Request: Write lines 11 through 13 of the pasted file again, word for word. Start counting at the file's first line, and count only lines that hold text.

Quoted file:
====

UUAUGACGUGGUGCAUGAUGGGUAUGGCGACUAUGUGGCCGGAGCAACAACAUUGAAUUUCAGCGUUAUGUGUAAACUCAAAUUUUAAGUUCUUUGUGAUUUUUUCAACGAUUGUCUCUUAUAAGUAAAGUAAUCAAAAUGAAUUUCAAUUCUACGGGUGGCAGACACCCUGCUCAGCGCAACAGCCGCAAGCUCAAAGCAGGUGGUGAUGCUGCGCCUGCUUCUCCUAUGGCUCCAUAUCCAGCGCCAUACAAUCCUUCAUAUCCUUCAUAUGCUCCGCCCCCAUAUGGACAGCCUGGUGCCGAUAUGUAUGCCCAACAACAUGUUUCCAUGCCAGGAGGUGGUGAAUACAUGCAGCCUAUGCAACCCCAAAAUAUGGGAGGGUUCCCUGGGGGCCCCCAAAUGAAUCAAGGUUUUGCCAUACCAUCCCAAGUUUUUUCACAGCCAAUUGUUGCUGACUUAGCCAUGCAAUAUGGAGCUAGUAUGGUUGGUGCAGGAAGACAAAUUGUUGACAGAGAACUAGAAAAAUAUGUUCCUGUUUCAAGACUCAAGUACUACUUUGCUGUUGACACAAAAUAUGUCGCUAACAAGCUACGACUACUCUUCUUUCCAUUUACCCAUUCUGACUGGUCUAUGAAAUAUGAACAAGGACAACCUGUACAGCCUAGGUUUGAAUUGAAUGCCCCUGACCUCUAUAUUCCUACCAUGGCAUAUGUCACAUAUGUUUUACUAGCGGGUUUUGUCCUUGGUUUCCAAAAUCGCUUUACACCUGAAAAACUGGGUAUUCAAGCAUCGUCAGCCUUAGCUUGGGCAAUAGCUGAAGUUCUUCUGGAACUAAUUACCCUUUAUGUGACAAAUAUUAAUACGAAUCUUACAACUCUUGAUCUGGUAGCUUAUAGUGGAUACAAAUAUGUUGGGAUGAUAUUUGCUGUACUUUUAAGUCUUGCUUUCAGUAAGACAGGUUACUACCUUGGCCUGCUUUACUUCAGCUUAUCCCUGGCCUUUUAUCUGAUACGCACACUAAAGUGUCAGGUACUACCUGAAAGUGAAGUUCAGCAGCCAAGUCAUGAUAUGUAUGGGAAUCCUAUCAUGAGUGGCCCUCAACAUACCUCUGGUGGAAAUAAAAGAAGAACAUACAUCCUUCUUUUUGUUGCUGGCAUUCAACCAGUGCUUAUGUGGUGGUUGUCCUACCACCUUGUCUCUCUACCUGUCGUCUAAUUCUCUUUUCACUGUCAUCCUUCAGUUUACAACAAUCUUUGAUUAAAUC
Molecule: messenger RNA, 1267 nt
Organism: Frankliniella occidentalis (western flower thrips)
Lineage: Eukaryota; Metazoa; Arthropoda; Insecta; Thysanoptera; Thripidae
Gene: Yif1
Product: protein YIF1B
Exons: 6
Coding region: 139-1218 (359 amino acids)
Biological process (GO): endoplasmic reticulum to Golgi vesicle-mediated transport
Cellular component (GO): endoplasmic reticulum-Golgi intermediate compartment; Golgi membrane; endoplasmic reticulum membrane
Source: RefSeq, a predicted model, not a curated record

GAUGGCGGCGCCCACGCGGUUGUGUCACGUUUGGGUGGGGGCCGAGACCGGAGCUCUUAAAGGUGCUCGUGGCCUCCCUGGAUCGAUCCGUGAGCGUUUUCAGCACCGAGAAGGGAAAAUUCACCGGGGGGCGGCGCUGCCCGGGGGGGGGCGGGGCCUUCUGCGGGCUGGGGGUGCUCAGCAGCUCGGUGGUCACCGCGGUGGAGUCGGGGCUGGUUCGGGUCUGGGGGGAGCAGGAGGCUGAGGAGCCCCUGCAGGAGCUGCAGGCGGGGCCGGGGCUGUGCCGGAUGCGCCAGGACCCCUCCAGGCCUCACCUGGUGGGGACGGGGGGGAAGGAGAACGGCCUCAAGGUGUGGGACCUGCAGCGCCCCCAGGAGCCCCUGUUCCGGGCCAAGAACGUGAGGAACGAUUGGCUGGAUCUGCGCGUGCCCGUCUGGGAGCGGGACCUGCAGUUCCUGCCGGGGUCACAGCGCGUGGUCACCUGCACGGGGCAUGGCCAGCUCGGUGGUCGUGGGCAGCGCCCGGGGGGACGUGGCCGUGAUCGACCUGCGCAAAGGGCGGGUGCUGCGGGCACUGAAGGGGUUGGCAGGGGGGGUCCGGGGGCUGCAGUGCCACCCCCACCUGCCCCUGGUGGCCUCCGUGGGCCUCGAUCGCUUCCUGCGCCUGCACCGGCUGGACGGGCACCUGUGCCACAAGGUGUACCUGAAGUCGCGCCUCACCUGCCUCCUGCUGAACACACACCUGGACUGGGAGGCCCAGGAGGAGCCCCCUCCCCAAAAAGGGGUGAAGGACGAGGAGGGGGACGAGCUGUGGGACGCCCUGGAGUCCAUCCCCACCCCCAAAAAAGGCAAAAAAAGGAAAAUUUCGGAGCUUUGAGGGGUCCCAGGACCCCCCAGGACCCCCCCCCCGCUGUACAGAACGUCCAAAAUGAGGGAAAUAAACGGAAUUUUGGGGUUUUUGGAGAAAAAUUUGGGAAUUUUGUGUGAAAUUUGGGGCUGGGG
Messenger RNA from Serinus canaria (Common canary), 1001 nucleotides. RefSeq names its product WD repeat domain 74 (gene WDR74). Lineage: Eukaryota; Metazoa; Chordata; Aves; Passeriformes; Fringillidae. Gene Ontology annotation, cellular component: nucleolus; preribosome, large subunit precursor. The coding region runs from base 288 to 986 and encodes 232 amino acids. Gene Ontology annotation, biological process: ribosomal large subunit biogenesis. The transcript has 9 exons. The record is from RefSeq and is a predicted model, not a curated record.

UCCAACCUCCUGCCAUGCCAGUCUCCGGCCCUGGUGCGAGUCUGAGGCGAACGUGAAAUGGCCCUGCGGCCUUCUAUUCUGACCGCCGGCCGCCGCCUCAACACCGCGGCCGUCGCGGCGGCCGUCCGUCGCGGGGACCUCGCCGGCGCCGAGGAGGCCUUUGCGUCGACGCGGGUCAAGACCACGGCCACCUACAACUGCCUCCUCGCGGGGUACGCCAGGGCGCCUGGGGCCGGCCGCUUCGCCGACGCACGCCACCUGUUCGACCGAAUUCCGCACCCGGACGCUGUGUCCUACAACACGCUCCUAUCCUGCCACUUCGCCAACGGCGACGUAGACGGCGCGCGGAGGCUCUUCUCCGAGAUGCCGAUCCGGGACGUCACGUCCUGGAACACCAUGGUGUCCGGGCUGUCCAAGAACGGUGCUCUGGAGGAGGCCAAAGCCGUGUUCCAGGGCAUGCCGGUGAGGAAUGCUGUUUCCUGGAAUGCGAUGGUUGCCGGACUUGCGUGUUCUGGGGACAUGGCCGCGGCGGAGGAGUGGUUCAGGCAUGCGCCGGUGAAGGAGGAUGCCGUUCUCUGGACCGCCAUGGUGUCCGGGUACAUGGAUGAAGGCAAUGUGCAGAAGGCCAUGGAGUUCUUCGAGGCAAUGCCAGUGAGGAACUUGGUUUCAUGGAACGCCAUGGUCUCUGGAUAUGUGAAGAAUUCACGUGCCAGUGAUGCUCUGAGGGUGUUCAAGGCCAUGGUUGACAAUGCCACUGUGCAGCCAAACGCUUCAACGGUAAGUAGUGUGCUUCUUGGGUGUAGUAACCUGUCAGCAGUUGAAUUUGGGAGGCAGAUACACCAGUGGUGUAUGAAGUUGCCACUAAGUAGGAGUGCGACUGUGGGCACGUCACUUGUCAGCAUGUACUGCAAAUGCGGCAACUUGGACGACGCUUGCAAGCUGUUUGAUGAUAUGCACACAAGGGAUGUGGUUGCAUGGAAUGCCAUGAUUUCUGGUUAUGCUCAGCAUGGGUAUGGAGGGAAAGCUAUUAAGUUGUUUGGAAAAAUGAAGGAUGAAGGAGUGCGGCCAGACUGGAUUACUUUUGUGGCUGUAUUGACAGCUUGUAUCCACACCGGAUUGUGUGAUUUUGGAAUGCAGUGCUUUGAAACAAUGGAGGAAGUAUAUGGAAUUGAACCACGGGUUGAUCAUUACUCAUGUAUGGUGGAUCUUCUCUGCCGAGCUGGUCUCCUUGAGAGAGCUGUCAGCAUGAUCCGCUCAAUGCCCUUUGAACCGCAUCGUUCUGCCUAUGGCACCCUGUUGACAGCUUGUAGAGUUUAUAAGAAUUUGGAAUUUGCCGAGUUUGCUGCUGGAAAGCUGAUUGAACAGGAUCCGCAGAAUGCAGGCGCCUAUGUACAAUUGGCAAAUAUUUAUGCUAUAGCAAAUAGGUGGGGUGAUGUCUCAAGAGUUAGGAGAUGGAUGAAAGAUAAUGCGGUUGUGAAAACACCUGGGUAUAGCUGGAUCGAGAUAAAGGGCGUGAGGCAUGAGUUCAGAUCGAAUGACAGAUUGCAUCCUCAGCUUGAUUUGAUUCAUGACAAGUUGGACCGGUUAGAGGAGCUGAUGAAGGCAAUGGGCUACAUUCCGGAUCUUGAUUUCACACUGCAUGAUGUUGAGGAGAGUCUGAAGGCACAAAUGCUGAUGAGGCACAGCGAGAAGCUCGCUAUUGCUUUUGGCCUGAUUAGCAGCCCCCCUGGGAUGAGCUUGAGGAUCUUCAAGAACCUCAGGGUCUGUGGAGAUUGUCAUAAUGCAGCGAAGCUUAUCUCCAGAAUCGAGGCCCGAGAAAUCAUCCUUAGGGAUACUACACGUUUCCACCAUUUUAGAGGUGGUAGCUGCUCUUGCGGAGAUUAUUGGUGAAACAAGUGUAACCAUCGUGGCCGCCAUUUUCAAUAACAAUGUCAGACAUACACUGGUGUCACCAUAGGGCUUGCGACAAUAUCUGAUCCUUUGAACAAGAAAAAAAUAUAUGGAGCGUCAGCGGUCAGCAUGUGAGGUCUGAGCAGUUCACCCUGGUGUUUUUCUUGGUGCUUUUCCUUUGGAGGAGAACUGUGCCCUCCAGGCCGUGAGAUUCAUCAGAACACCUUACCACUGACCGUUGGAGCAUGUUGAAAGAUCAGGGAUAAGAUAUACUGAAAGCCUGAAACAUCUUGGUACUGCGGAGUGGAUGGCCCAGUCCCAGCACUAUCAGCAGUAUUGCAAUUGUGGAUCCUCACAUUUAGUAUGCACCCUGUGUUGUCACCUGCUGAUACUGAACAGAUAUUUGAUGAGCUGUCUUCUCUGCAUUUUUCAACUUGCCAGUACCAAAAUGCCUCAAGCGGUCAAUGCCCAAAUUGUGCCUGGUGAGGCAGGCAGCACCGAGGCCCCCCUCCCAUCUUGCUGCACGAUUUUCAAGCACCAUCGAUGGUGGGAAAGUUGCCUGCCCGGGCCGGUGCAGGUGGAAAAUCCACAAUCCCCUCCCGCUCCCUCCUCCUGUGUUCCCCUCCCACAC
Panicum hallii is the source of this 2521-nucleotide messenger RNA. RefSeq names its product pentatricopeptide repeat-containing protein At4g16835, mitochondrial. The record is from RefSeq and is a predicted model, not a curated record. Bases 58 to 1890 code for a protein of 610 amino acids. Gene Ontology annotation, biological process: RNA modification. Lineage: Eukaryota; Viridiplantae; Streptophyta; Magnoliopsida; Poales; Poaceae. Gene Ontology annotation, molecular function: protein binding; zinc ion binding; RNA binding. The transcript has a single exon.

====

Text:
Source: RefSeq, a predicted model, not a curated record

GAUGGCGGCGCCCACGCGGUUGUGUCACGUUUGGGUGGGGGCCGAGACCGGAGCUCUUAAAGGUGCUCGUGGCCUCCCUGGAUCGAUCCGUGAGCGUUUUCAGCACCGAGAAGGGAAAAUUCACCGGGGGGCGGCGCUGCCCGGGGGGGGGCGGGGCCUUCUGCGGGCUGGGGGUGCUCAGCAGCUCGGUGGUCACCGCGGUGGAGUCGGGGCUGGUUCGGGUCUGGGGGGAGCAGGAGGCUGAGGAGCCCCUGCAGGAGCUGCAGGCGGGGCCGGGGCUGUGCCGGAUGCGCCAGGACCCCUCCAGGCCUCACCUGGUGGGGACGGGGGGGAAGGAGAACGGCCUCAAGGUGUGGGACCUGCAGCGCCCCCAGGAGCCCCUGUUCCGGGCCAAGAACGUGAGGAACGAUUGGCUGGAUCUGCGCGUGCCCGUCUGGGAGCGGGACCUGCAGUUCCUGCCGGGGUCACAGCGCGUGGUCACCUGCACGGGGCAUGGCCAGCUCGGUGGUCGUGGGCAGCGCCCGGGGGGACGUGGCCGUGAUCGACCUGCGCAAAGGGCGGGUGCUGCGGGCACUGAAGGGGUUGGCAGGGGGGGUCCGGGGGCUGCAGUGCCACCCCCACCUGCCCCUGGUGGCCUCCGUGGGCCUCGAUCGCUUCCUGCGCCUGCACCGGCUGGACGGGCACCUGUGCCACAAGGUGUACCUGAAGUCGCGCCUCACCUGCCUCCUGCUGAACACACACCUGGACUGGGAGGCCCAGGAGGAGCCCCCUCCCCAAAAAGGGGUGAAGGACGAGGAGGGGGACGAGCUGUGGGACGCCCUGGAGUCCAUCCCCACCCCCAAAAAAGGCAAAAAAAGGAAAAUUUCGGAGCUUUGAGGGGUCCCAGGACCCCCCAGGACCCCCCCCCCGCUGUACAGAACGUCCAAAAUGAGGGAAAUAAACGGAAUUUUGGGGUUUUUGGAGAAAAAUUUGGGAAUUUUGUGUGAAAUUUGGGGCUGGGG
Messenger RNA from Serinus canaria (Common canary), 1001 nucleotides. RefSeq names its product WD repeat domain 74 (gene WDR74). Lineage: Eukaryota; Metazoa; Chordata; Aves; Passeriformes; Fringillidae. Gene Ontology annotation, cellular component: nucleolus; preribosome, large subunit precursor. The coding region runs from base 288 to 986 and encodes 232 amino acids. Gene Ontology annotation, biological process: ribosomal large subunit biogenesis. The transcript has 9 exons. The record is from RefSeq and is a predicted model, not a curated record.